In the Arena: Voter education
Well, it appears Greenfield voters may have a reason to go the polls Tuesday after all.
“Your only message seems to be that you want to ‘move forward’ without change. What? You offer your unquestioning allegiance to the current superintendent, who clearly loves such toadies. ... I’m running to end the nonsense that you represent. Your candidacy is a divisive and silly embarrassment.”
I’m not sure we’ve seen anyone detonate themselves politically the way Greenfield School Committee candidate Wesley Blixt did this week when he launched that diatribe against write-in opponent Donna Gleason on her campaign’s Facebook page. It’s rare to see a political candidate so willingly substitute raw, uncontrolled emotion for political common sense a week before an election that he should win in a walk. Instead, he finds himself in a race that he may still win, but could very well lose.
I am less concerned with Blixt’s tactical error than I am the tone of his comments, that reveal a level of vitriol which may prove alarming to some voters. Though he has apologized to Gleason, Blixt has not backed off on his position that the system needs reform, which has effectively turned this race from a cake-walk into a referendum on Superintendent Susan Hollins and the progress of the Greenfield Public Schools.
Some may see this as good strategy. Hollins has certainly made enemies in her time in Greenfield. But I don’t get the sense that there is a lot of public angst about the schools — certainly not to the level we saw back in the days of the “Little Dig” and the mysterious $2 million mid-year budget gap.
I think if you talk to most people, they’d probably say the schools are not perfect, but seem steady and even improving. The data may not bear that out, but it almost doesn’t matter, because politics is about perception, and Hollins has done a good job of shaping a narrative that Greenfield schools are coming back. Part of the reason is that she is a pretty good politician, and has managed to deflect controversy or, at the very least, not dump a bunch of gasoline on it when it flares up.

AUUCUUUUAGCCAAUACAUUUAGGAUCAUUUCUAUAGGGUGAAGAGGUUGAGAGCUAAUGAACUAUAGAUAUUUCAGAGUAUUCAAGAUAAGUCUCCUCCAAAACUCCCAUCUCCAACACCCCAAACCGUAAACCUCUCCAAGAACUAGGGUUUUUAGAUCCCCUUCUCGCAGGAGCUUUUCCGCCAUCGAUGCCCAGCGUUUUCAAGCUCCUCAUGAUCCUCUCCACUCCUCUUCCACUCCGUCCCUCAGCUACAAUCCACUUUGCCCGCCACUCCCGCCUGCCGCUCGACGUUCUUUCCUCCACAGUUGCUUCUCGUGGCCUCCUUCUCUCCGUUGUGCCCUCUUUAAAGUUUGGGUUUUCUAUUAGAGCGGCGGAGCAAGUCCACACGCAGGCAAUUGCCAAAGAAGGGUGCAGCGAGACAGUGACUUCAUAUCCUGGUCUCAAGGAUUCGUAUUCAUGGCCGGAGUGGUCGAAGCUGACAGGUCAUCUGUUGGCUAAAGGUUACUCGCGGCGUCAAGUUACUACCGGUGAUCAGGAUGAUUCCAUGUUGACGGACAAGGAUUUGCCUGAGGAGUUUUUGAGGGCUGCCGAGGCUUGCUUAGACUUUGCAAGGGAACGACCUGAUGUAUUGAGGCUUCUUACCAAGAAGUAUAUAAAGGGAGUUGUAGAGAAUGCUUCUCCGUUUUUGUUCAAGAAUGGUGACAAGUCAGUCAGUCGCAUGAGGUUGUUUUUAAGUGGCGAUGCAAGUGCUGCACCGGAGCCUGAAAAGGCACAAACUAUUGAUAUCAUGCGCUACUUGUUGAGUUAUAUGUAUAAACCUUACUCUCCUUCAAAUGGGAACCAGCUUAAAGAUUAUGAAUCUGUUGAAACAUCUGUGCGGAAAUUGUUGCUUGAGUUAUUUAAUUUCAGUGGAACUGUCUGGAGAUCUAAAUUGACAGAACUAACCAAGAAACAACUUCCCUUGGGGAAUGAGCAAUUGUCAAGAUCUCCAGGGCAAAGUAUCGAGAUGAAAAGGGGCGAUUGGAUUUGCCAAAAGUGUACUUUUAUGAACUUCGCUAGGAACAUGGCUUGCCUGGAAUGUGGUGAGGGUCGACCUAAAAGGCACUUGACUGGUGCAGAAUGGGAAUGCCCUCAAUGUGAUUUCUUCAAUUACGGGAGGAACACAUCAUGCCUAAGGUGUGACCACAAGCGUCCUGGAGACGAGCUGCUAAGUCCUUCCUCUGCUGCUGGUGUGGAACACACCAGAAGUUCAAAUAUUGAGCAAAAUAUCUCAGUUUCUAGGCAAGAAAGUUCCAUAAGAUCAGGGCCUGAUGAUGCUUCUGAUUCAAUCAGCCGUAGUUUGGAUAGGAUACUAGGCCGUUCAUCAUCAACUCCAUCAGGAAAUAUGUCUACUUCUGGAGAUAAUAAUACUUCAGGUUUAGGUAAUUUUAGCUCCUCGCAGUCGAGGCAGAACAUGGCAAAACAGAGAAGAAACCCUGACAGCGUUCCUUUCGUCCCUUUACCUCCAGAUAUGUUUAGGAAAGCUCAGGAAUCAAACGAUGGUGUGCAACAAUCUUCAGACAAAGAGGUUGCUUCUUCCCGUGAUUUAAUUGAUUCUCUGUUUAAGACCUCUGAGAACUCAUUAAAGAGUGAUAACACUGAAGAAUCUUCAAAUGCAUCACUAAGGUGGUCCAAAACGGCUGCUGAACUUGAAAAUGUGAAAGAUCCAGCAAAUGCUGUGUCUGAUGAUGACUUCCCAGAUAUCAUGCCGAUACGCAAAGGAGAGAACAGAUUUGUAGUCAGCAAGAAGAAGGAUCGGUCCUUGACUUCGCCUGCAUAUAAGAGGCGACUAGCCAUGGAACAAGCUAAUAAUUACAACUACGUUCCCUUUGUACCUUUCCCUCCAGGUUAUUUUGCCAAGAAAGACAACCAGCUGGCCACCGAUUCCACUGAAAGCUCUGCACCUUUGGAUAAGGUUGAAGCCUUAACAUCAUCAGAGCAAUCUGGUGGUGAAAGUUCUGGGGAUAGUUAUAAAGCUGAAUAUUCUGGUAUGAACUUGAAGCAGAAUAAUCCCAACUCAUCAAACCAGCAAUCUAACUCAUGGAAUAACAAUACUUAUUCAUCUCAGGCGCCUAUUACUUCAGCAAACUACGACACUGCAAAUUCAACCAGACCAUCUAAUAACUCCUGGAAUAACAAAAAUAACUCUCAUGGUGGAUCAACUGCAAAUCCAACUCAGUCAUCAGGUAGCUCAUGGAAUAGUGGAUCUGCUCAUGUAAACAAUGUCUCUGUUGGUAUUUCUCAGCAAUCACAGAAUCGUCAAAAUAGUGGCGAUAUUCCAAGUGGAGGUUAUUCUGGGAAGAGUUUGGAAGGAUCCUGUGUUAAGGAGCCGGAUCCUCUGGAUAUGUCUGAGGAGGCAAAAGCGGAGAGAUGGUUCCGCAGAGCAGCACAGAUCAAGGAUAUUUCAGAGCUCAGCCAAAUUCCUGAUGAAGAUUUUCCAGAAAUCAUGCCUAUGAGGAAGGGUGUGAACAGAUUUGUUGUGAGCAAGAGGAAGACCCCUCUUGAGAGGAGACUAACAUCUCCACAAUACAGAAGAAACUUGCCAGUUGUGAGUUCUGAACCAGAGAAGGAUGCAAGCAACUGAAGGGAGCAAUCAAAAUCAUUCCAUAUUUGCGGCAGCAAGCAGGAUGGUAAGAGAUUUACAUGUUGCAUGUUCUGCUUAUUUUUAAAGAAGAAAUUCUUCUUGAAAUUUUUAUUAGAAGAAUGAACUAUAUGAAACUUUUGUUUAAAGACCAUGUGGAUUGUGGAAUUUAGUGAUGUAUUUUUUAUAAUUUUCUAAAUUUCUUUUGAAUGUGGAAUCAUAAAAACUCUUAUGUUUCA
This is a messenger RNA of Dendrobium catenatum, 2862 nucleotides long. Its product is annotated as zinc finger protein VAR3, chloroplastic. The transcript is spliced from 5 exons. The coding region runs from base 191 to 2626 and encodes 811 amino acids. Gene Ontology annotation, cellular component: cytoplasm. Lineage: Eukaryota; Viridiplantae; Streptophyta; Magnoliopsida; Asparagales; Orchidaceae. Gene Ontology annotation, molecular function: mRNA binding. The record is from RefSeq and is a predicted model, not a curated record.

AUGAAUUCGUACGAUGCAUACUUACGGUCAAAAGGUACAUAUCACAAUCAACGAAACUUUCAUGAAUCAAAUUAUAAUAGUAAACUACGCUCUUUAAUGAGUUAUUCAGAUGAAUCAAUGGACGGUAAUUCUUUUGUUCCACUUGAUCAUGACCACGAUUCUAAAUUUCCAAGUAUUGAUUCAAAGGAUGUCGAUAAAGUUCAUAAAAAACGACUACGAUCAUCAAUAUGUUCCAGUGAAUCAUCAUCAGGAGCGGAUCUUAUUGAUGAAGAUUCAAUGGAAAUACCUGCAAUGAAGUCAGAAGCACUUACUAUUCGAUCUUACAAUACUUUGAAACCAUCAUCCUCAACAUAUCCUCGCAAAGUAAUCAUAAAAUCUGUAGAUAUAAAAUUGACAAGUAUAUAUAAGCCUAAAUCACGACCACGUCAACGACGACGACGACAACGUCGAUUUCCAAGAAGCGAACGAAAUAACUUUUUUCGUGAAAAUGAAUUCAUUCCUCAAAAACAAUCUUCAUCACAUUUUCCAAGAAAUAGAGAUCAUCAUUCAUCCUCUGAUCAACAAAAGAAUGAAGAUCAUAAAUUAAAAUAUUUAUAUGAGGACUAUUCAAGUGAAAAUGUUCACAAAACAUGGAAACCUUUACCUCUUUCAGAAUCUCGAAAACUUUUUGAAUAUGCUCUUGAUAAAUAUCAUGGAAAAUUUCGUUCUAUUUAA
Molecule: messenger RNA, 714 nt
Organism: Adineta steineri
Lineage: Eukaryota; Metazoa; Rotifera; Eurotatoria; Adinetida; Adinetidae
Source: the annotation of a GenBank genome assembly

There are others who feel differently, and a couple of them happen to be on the current School Committee. Maryelen Calderwood has been tangling with Hollins over the virtual school and a number of other issues, battles that seem to have grown increasingly personal. Ordinarily, that wouldn’t be a big deal, except that it is very likely that Calderwood will be holding the chair’s gavel if Blixt and Margaret Betts are elected on Tuesday.
That might be good news for those unhappy with the schools, but it won’t be for people who want to see things get done, and it certainly won’t be for Hollins, who is likely to spend her last year in Greenfield at the mercy of a board directed by someone who really doesn’t like her very much.
Enter Gleason, a unabashed Hollins ally, who feels the schools are improving, and has no interest in taking part in the political blood sport that sometimes threatens to engulf the politics of education.
“Why do I have to negotiate a political minefield?” Gleason said. “This School Committee is not supposed to be about Susan Hollins, it’s supposed to be about the children and the taxpayers. That’s all I’m interested in, and what I’m going to focus on if elected.”
It’s going to take a pretty sizable mobilization to make that happen, and a lot depends on who shows up at the Grange on Tuesday, and in what numbers.
What I learned
I must say I found myself mesmerized by this week’s Greenfield Town Council meeting, and not just because it validated my hypothesis that the Jim Allen controversy had more to do with his position on big box development and not a perceived mistreatment of opponents of the French King Highway project.
I’ll have more to say about this little gathering next week, but I was especially intrigued by some of the new information that was revealed that night. For example, I had no idea that former Town Councilor and ZBA member Mark Maloney “didn’t care” about the potential impact a biomass or big box store would have on his hometown, as alleged by Councilor Norman Hirschfeld. I also didn’t know that, despite spending six years on the Conservation Commission, Tom Dehoyos was “anti-environmentalist,” something that council Vice-President Mark Wisnewski revealed right before the council rejected Dehoyos’ re-nomination.
And who could forget late ZBA Chair Roy Cowdrey, whom, according to sprawlbuster Albert Norman, was the subject of a clandestine effort to remove him from that board when his health began to fail.
I guess this is what now passes for the “new normal” in Greenfield politics — or at least it will until the supposed “silent majority” finally decides to do something about it.
See you at the polls.
Chris Collins is the Franklin County News Bureau Chief for WHAI, WPVQ and WHMP Radio. He is a former staff reporter for The Recorder, and is a Greenfield native.